The court warned, however, that “[t]he word ‘transformative’ cannot be taken too literally as a sufficient key to understanding the elements of fair use,” and in particular that care must be taken to distinguish derivative works from fair uses.  “The statutory definition suggests that derivative works generally involve transformations in the nature of changes of form. . . . By contrast, copying from an original for the purpose of criticism or commentary on the original or provision of information about it, tends most clearly to satisfy Campbell’s notion of the ‘transformative’ purpose involved in the analysis of Factor One” (emphasis in original; citations omitted).  Ultimately, relying heavily on its earlier decision in the HathiTrust case, the Second Circuit concluded that the search and snippet view functions were transformative (despite the fact that the HathiTrust case was arguably distinguishable because it had involved a non-profit defendant that did not allow searchers to see snippets of text).

The Rest of the Second Circuit Analysis

The court went on to conclude that the other statutory factors – the nature of the copyrighted work, the amount and substantiality of the portion used, and the effect on the potential market for or value of the copyrighted work – were either neutral or weighed in favor of fair use.  Notably, the court found that the roadblocks Google had imposed on snippet view meant that the snippets were unlikely to serve as a substitute for the actual books or for any protectable aspect of the books.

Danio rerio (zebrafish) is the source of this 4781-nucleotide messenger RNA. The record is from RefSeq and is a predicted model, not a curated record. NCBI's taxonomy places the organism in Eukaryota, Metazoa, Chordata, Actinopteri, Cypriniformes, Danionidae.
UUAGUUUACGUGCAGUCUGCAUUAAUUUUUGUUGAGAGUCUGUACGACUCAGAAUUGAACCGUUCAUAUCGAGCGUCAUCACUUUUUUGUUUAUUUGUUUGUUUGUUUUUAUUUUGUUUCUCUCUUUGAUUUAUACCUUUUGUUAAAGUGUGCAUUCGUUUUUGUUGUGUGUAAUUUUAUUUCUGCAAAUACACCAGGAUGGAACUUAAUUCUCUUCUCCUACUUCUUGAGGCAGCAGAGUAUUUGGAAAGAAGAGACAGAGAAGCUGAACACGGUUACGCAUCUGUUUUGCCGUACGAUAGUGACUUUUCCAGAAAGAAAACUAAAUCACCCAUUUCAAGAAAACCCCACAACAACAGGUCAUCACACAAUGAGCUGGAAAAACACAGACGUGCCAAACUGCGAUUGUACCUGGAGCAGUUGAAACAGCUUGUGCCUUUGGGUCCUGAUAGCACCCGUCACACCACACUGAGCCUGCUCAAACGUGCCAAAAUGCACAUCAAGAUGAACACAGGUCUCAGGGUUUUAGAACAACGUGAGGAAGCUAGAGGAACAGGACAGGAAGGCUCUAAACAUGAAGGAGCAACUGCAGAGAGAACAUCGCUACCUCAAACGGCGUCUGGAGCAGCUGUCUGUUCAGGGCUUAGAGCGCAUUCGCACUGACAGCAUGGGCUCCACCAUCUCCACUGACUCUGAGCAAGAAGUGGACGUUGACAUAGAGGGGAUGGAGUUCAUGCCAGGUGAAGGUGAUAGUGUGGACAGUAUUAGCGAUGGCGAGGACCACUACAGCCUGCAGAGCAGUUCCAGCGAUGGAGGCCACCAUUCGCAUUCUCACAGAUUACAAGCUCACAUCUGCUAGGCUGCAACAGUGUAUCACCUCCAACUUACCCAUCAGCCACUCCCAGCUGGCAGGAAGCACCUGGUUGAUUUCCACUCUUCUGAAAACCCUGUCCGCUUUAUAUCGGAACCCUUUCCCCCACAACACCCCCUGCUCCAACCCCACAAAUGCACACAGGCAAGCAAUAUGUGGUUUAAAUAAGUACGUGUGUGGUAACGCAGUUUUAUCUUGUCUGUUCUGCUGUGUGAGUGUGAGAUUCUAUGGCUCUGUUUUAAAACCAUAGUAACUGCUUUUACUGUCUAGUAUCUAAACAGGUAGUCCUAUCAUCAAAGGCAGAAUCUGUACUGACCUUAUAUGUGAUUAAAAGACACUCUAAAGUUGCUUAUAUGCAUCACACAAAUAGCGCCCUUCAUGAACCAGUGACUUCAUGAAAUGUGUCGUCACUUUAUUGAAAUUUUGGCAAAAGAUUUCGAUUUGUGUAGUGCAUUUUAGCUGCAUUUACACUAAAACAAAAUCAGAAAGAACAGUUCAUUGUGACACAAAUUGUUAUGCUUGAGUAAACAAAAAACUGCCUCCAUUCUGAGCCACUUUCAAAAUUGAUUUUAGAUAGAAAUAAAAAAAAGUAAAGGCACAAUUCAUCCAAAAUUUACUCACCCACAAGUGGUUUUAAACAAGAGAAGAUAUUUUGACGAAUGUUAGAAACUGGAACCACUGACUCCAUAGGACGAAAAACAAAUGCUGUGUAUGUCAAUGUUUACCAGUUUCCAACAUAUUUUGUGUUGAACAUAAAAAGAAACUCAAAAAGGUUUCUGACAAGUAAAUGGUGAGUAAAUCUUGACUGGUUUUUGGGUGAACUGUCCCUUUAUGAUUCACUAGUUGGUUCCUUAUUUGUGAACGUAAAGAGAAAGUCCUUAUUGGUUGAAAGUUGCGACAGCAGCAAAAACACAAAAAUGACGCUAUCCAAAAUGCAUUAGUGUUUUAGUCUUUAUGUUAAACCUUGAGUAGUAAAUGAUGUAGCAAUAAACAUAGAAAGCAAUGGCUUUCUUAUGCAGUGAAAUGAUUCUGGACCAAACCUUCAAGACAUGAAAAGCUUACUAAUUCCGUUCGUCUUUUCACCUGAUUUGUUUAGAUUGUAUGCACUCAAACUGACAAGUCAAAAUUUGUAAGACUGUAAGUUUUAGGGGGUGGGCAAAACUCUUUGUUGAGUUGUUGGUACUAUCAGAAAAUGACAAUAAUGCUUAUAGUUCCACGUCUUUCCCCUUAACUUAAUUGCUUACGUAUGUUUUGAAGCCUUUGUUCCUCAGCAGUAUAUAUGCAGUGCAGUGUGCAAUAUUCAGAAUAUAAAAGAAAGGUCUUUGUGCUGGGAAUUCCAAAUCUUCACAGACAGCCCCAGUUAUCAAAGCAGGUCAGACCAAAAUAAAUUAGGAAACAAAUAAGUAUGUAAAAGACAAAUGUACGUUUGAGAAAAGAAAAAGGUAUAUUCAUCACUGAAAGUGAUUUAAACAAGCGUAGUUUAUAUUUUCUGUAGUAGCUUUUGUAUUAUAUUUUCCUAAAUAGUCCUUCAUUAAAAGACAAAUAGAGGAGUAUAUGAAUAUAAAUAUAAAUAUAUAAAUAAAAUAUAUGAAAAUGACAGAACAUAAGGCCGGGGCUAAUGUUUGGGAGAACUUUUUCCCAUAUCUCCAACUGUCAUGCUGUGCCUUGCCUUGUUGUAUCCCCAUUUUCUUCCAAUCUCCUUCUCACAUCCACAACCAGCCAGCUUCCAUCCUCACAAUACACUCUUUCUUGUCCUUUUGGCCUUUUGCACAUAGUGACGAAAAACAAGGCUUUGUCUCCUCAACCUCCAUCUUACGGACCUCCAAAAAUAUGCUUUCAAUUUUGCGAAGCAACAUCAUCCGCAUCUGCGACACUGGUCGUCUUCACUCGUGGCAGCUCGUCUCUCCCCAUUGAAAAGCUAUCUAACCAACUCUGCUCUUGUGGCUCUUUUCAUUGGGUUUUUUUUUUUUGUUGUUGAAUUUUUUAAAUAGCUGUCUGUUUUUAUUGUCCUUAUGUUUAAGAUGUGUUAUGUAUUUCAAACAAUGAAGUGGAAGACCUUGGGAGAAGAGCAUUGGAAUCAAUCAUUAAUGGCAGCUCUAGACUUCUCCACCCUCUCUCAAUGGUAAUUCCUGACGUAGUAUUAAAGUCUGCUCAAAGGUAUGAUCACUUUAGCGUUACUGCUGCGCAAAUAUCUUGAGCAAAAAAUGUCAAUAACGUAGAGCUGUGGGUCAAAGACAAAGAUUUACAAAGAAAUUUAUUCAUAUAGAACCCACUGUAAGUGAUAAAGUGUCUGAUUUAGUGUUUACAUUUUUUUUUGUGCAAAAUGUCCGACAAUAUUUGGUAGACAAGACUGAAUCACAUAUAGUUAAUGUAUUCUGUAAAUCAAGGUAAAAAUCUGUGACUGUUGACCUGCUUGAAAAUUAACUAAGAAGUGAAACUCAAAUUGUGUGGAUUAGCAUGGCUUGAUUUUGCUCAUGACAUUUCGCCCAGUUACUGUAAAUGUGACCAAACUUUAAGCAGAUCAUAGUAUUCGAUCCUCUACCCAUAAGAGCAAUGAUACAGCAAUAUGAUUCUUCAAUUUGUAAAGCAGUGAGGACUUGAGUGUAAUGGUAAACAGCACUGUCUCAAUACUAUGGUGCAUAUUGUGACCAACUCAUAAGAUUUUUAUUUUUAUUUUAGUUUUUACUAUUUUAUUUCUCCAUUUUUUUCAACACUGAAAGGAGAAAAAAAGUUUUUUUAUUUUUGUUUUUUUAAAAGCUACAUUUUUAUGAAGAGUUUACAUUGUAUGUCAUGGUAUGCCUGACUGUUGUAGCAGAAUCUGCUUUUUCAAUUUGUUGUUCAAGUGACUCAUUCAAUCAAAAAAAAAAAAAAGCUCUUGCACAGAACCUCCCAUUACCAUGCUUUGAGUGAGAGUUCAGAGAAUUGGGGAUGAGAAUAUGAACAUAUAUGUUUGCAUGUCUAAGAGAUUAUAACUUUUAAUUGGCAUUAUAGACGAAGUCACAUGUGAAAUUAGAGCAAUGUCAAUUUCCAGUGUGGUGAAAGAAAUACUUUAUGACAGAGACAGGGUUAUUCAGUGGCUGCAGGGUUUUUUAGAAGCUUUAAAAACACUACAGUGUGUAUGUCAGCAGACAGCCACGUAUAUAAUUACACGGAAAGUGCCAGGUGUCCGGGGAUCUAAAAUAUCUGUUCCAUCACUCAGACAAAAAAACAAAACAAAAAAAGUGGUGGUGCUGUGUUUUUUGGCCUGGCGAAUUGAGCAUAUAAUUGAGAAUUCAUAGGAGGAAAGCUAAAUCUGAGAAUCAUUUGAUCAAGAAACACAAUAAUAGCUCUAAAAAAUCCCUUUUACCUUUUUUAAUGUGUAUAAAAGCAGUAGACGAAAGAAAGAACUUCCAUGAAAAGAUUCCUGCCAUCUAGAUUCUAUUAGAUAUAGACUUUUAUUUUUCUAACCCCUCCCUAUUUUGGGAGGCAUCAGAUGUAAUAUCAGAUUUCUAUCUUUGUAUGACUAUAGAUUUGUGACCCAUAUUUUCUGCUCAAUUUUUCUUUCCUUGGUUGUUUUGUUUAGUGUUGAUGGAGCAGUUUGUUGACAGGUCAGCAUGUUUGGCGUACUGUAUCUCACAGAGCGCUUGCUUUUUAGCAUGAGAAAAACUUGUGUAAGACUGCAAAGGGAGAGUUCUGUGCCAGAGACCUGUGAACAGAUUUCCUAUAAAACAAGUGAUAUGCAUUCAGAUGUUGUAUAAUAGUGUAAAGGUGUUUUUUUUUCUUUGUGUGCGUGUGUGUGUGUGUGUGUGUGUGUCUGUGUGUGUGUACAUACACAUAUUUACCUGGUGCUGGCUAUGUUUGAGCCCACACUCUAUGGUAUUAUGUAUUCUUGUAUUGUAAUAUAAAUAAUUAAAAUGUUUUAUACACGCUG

The court also rejected various ancillary arguments the plaintiffs had asserted.  The plaintiffs had claimed an exclusive right to provide digital search and snippet view functions for their works, but the court concluded that copyright does not encompass an exclusive right to provide information about a work.  The plaintiffs argued that Google’s storage of digitized versions of their entire works subjected them to a risk that hackers would access and distribute those full versions to the public.  The court discounted this possibility, noting that the digital works are “protected by the same impressive security measures used by Google to guard its own confidential information.”  Finally, the court dismissed as “sheer speculation” the plaintiffs’ concerns that the libraries might use the digital copies they received from Google in an infringing manner, or fail to protect them sufficiently against the possibility of hacking.

Thus concludes the decade-long saga of the Google Books case.  The hopes of many copyright observers, that the Supreme Court might take this opportunity to clarify the law on fair use, and particularly the concept of “transformative purpose,” have been disappointed.  It remains to be seen how the Second Circuit’s opinion will influence future fair use cases – whether it will have a lasting impact on the scope of fair use generally, or will be confined to the arguably sui generis facts of Google and its Books project.